The Swayambhu Shambulingeswara temple adjoining the Kakatiya fort was loved and patronised by the Kakatiya kings. People in large numbers thronged the temple to seek redemption from the cycle of life and death. The huge Nandi opposite the Siva Linga speaks volumes about the stone carvings of the 11th century.

However, the temple wears a deserted and abandoned look now, and has been the same since a long time. Only recently have people started frequenting the temple, but the number isn’t significant.

“Despite our representations for its development, the temple lies in neglect,” said Perumandal Madhusudhan, a resident of Shiv Nagar.

Legend has it that Kakatiya kings made Hanamkonda their capital which is located close by. In 1162 AD, the then emperor, Ganapati Deva, was passing by this locality when the wheel of his chariot was struck by a rock. Soon, it turned into gold.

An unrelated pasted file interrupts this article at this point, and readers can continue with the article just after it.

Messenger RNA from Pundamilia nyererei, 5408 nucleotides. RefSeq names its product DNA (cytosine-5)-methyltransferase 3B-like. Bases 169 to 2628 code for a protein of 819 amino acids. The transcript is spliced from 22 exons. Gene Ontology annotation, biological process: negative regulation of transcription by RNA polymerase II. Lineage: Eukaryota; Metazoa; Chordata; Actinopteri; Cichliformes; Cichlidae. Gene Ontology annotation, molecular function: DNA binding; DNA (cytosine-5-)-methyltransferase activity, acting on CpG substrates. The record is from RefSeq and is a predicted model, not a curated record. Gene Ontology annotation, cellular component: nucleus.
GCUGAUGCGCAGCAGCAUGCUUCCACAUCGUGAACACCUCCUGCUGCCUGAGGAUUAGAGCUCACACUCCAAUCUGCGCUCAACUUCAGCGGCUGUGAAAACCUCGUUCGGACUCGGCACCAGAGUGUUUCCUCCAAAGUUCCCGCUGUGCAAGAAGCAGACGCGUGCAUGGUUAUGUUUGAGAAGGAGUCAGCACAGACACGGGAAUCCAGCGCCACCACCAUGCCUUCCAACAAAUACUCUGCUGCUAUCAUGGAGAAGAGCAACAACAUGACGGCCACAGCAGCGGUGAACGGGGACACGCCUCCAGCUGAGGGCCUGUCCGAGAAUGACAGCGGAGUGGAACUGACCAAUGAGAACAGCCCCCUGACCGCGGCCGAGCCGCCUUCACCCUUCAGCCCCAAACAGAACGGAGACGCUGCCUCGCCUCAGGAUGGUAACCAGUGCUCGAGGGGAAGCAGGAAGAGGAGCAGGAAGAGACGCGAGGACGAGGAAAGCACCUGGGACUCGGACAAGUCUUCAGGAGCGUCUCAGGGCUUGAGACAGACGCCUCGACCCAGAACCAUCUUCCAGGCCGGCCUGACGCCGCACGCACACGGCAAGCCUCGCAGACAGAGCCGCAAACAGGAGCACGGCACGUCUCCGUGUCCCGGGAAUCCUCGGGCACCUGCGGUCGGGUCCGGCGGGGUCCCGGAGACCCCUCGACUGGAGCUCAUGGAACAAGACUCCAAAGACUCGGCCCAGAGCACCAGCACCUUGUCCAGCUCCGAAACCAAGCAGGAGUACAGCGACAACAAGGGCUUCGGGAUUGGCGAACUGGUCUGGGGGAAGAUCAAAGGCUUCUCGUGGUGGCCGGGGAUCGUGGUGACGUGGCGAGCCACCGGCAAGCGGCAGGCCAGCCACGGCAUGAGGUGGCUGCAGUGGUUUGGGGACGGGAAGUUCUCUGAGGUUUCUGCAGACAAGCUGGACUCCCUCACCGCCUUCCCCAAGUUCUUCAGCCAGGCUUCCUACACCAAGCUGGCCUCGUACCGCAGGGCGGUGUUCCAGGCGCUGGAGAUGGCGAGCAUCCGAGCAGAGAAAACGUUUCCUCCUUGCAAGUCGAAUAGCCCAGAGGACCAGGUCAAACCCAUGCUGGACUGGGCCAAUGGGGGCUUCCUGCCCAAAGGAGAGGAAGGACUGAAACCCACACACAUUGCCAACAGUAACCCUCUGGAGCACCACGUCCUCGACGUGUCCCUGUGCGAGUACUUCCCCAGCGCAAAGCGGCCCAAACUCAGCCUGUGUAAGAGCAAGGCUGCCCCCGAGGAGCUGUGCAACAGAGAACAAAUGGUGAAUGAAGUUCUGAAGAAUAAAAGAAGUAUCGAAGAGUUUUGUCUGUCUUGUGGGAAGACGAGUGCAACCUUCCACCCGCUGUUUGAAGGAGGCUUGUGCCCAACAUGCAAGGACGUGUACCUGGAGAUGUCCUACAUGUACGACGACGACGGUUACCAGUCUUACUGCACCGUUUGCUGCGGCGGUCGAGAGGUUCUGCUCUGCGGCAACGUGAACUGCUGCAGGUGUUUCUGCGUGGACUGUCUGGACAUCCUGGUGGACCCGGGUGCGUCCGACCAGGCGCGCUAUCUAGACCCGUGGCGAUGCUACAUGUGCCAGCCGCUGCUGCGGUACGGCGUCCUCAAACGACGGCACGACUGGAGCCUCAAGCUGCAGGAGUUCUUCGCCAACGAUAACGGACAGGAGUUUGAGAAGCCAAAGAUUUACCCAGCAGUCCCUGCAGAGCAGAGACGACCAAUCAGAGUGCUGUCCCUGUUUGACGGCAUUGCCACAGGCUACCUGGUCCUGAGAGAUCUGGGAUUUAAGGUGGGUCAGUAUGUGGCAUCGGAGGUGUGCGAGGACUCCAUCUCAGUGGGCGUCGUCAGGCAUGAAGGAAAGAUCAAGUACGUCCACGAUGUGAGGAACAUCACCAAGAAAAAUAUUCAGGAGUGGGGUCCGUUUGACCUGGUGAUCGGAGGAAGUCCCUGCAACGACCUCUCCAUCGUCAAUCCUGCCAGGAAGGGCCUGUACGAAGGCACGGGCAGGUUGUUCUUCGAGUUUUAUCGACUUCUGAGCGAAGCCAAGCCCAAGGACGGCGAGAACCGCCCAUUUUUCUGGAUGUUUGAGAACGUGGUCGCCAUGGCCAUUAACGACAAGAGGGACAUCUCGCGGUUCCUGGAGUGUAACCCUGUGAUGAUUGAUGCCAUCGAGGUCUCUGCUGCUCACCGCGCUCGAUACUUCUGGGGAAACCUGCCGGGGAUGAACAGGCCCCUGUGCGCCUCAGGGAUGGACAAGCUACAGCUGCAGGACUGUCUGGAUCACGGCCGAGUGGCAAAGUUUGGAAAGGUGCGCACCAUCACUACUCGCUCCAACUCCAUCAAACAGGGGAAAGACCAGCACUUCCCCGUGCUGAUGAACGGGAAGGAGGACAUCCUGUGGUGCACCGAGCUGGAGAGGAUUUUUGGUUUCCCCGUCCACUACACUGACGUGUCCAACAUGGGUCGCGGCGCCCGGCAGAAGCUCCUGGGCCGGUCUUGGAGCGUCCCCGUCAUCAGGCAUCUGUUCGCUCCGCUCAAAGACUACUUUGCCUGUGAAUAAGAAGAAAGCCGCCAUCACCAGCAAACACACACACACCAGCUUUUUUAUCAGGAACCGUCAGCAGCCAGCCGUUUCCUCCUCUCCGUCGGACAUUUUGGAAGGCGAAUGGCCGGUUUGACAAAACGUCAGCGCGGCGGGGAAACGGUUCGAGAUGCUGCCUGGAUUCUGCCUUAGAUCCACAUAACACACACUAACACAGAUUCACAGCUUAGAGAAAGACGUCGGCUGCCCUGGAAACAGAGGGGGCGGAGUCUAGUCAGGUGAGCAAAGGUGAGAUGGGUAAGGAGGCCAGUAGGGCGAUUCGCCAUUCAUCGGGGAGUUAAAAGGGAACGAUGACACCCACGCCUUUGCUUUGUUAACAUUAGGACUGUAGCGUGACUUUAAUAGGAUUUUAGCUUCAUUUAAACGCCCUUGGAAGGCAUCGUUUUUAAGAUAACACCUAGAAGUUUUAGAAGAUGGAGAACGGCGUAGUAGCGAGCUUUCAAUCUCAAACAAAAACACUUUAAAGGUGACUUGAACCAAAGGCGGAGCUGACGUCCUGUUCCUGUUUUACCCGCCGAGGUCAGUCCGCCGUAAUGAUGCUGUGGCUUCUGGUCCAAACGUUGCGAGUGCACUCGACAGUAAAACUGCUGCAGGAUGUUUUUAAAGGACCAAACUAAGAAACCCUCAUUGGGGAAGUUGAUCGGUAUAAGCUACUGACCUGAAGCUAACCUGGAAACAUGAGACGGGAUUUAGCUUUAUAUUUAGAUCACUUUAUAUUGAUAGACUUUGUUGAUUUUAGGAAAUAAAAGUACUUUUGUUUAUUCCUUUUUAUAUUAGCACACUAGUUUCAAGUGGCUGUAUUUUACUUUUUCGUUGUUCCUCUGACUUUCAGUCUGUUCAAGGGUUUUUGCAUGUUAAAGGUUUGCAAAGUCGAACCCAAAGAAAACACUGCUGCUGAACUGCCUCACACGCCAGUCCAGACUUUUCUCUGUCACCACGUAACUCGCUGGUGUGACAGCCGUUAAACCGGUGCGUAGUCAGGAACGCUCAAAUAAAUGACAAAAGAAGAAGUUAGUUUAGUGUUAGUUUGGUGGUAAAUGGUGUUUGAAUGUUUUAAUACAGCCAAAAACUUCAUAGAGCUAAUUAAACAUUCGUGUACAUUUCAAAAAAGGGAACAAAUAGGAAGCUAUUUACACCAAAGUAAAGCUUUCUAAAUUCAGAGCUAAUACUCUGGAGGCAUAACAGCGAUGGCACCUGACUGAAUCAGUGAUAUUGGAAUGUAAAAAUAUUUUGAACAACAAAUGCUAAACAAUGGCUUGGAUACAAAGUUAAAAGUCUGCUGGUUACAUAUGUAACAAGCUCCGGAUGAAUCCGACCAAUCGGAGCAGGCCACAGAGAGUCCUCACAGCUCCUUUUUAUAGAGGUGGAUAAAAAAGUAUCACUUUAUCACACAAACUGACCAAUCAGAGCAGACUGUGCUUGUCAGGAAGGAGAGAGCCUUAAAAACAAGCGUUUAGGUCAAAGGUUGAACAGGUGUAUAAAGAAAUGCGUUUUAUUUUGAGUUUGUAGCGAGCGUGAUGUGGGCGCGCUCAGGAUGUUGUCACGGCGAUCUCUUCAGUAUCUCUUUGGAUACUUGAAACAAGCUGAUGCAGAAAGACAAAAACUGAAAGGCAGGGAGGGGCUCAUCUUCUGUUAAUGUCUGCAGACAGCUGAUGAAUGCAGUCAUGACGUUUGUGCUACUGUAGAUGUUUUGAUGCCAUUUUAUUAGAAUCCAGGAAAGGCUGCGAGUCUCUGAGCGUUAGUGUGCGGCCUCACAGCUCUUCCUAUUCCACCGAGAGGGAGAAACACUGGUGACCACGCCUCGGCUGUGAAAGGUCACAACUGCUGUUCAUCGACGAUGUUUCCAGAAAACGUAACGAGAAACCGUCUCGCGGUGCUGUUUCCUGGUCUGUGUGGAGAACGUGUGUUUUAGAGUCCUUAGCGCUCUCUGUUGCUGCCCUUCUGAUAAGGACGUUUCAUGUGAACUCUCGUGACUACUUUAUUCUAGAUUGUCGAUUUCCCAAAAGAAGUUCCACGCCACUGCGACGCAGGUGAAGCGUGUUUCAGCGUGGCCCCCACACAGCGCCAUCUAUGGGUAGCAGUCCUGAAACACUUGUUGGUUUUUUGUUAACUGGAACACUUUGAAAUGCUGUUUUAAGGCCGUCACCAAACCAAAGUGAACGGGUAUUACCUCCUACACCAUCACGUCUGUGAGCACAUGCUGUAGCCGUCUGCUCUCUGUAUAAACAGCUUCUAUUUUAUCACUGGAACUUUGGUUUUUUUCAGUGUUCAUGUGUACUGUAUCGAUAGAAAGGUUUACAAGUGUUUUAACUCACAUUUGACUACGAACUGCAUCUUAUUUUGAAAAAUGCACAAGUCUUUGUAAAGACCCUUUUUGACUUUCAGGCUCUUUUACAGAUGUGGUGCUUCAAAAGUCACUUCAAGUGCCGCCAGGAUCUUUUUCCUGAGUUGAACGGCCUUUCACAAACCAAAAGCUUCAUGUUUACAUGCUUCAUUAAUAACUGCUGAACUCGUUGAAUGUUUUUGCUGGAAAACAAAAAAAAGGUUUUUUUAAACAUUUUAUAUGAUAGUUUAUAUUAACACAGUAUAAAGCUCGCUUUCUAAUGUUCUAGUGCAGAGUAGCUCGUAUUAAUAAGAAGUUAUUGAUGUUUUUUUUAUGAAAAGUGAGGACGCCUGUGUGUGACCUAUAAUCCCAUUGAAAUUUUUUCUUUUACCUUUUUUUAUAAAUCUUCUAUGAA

Upon digging further, they found a glistening Siva Linga.

The emperor got it removed and built a temple. It proved to be a good omen for the Kakatiya kings, who ruled the area for 300 years. As gratitude, they reportedly built seven forts and 360 Siva temples.

Great importance

Mr. Madhusudhan said there were several such temples here. The Swayambhu Shambulingeswara temple was given importance and treated as the Dakshina Kasi.

Due to time, the temple lost its sheen and public patronage. The adjacent fort was also in utter neglect until recently when it witnessed a little development.

Former Deputy Mayor Kakke Saraiah told The Hindu that they did their best to prepare a development plan and secure funds for the temple, but in vain.

“A lot needs to be done to bring back the glory to this temple, which has great significance that needs to be told to the people,” he said.